These momentary setbacks and experiences of diminishment are only passing illusions in the light of the unseen eternity that awaits.
Paul calls the people to live from a deeper place. To look beyond that which passes and dies—calling up images of tents and clothing and buildings. And he calls them to find their center in that which is permanent- a grounding in God, a home in Christ.
This is a tension we find again and again throughout the Bible Old and New.
Permanent vs. Impermanent
Physical vs. Spiritual
Here and now vs. ever after
From the beginning of time, people have held tension between these two seemingly at odds ways of being… a need for permanent and physical structures and institutions—
and a focus beyond- a realization that life is something more than what we can see, a life beyond- that is bigger than our current structures.
We can see this tension in the Hebrew people’s early longing for a temple— moving from nomad people to settled people- from Samuel to Saul, David to Solomon … the earliest leaders of Israel sought to build a physical home for God- a tabernacle or temple that would last forever from generation to generation.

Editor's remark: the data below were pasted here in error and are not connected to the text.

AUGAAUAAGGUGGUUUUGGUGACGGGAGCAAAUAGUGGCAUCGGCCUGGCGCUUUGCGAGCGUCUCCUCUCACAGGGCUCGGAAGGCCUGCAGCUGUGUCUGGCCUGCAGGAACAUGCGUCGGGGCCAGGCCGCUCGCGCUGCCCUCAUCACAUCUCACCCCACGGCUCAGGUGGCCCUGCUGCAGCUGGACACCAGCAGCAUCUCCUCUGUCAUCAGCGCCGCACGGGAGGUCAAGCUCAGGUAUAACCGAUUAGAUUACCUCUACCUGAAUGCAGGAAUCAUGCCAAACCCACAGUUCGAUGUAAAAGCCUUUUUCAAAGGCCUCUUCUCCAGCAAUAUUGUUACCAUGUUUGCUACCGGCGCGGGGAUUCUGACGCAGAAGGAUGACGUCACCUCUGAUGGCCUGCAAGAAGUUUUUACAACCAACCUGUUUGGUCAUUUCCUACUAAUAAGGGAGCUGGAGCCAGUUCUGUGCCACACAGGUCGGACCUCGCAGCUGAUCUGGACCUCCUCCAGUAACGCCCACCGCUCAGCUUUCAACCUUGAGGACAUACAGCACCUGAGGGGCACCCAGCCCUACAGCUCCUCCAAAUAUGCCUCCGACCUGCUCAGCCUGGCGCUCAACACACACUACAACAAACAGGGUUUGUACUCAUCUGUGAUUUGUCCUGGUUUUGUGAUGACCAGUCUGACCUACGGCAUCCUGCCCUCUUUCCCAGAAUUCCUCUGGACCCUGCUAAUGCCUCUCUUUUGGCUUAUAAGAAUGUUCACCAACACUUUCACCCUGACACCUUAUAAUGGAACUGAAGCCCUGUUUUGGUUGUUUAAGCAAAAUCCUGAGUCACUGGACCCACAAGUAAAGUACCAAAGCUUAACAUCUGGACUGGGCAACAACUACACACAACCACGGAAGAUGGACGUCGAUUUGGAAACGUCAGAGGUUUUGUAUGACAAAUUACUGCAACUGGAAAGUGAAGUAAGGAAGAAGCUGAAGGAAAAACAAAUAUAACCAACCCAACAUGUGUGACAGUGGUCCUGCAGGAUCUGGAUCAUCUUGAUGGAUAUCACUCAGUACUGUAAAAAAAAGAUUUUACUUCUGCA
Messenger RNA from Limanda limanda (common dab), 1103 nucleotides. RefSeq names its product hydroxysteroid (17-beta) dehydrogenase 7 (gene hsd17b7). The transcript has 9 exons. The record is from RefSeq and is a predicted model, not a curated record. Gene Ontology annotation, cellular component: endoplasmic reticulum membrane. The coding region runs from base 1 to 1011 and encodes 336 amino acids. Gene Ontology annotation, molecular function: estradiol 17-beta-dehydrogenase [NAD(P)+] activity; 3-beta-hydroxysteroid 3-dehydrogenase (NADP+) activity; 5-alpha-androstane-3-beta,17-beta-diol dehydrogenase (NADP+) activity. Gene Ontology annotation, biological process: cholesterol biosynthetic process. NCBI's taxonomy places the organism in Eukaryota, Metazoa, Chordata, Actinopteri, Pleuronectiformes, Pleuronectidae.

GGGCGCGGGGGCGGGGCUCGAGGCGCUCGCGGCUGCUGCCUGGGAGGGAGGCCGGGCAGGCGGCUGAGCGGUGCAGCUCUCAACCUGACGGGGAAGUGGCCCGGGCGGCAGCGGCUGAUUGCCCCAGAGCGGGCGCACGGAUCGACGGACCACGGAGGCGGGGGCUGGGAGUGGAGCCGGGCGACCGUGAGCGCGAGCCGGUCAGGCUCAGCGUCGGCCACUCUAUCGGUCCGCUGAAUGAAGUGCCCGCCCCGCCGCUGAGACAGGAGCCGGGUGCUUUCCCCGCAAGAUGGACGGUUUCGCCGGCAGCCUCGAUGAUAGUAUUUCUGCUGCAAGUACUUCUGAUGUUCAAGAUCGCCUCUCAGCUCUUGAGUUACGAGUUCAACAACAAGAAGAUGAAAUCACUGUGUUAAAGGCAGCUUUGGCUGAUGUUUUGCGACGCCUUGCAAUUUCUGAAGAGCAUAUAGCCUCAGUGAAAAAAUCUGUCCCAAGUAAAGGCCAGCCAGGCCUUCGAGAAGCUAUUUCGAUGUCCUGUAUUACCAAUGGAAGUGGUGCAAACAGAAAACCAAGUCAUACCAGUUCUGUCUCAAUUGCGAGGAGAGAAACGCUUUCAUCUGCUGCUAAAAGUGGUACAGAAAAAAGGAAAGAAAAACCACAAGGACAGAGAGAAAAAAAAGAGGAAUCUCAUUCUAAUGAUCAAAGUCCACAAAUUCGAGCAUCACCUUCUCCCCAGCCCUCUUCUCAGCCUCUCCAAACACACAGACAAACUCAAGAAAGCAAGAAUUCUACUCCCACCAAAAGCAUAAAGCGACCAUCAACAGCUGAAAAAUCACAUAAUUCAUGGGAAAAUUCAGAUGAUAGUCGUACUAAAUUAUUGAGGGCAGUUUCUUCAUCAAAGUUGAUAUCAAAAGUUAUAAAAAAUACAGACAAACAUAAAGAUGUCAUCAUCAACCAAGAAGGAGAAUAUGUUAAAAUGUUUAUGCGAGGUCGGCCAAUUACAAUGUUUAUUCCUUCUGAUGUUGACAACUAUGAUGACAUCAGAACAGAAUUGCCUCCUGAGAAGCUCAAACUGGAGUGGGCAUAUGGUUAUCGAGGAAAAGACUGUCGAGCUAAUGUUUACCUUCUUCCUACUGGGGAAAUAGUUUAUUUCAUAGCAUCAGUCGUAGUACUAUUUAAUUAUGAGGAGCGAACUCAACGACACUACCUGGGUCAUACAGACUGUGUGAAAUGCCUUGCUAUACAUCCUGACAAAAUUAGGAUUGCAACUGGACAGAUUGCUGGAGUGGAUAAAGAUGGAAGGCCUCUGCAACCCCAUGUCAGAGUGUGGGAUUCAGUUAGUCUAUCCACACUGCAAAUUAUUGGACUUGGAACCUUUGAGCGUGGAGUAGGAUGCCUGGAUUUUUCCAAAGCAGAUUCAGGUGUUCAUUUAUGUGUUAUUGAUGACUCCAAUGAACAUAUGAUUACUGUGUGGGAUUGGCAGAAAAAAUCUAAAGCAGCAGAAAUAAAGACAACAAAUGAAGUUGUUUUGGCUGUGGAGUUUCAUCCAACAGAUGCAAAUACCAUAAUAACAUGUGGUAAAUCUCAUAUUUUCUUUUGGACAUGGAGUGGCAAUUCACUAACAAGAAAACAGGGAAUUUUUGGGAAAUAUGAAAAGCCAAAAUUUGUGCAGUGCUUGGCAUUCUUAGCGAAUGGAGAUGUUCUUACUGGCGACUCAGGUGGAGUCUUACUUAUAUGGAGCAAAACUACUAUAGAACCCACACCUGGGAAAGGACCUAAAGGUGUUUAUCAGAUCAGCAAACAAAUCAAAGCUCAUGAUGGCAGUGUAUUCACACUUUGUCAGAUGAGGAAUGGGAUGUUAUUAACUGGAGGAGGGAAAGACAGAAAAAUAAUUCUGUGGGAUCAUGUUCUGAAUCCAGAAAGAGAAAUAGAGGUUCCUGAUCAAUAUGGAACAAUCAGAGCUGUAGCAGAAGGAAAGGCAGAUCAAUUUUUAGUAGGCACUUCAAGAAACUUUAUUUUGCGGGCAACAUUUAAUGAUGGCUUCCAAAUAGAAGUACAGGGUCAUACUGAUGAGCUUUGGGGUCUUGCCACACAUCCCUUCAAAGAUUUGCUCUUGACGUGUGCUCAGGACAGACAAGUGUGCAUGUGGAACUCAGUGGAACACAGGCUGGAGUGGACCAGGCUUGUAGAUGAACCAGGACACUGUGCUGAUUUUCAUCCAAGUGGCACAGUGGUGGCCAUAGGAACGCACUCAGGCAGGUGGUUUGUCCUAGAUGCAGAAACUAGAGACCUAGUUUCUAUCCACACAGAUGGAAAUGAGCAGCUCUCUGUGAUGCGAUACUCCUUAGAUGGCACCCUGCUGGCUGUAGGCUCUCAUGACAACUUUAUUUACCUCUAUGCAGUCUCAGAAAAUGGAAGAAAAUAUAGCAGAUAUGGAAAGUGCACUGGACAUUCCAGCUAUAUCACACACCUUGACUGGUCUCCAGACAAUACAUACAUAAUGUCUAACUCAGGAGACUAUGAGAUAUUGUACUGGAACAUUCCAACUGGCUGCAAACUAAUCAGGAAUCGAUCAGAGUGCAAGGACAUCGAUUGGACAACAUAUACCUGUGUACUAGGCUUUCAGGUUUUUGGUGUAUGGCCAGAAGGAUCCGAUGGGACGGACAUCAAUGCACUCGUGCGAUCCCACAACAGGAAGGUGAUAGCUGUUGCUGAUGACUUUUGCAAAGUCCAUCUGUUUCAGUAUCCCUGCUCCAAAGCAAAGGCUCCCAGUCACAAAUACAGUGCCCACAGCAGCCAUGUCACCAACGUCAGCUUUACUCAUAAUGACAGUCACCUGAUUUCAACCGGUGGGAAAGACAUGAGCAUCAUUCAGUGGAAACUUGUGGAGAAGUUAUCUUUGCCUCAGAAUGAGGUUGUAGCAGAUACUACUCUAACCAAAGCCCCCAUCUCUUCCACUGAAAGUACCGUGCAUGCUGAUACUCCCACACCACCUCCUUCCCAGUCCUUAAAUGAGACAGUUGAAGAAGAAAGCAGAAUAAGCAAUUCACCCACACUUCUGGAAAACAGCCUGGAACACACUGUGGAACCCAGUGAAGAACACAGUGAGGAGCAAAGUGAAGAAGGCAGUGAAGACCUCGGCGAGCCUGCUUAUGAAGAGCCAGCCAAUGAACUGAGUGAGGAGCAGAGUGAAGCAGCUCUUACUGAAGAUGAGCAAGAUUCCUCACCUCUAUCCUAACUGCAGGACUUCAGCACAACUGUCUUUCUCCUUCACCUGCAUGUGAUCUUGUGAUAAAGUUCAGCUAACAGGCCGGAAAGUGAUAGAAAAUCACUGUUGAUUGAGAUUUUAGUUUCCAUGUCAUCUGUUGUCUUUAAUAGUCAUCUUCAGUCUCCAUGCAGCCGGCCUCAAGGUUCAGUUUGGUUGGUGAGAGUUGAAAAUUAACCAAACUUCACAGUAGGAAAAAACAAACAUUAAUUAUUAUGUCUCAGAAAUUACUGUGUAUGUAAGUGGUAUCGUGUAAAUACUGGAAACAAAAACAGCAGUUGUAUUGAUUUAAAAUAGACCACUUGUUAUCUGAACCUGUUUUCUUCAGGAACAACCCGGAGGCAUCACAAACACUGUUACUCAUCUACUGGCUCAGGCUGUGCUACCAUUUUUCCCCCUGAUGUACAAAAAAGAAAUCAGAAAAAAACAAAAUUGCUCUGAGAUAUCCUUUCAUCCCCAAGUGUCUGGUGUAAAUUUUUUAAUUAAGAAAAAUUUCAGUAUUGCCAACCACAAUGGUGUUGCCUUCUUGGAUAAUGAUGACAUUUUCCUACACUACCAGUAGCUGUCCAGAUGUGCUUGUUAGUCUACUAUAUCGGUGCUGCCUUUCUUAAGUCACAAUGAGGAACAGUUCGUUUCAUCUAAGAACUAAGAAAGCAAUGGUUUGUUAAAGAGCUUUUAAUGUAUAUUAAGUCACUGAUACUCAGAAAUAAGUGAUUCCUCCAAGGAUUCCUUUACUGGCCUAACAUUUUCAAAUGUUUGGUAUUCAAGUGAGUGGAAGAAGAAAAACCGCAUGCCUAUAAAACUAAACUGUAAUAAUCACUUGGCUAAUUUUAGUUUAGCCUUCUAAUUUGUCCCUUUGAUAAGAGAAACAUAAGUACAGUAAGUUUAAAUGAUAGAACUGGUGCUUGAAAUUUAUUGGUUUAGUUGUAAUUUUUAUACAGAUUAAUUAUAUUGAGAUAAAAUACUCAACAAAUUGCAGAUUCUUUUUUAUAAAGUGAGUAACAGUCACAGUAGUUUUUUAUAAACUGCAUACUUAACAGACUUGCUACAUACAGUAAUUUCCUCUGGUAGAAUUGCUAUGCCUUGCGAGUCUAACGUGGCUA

In the time of the early Christians- communities of followers met in homes, and hidden places outside the center of power. Over time Christianity shifted from a movement- a branch of Jews following the prophet Jesus— to a religion endorsed by the state complete with elaborate institutions and extravagant churches at times losing sight of a grounding in God and grasping to property and power and permanence.
We - as the Christian church of the 21st century continue to struggle with the need for buildings and institutions as the old falls away and the new is born.
Our churches are changing- as we hear again and again- less people are attending Sunday worship, institutions struggling to figure out how to be sustainable into the future…
While the old may be passing away- We know that our buildings matter, our communities still matter. We still need ‘a home for God’ - a place to gather and to worship, pass on our faith, and work for justice.
And, while we need buildings and value buildings, we know these buildings and institutions will not last as we know them now. The renovation that is now underway- the updating and hard work to be good stewards- to prepare a place for future generations— will one day itself be outdated. The work that is currently being done will one day need to be torn down, renovated, and adjusted itself.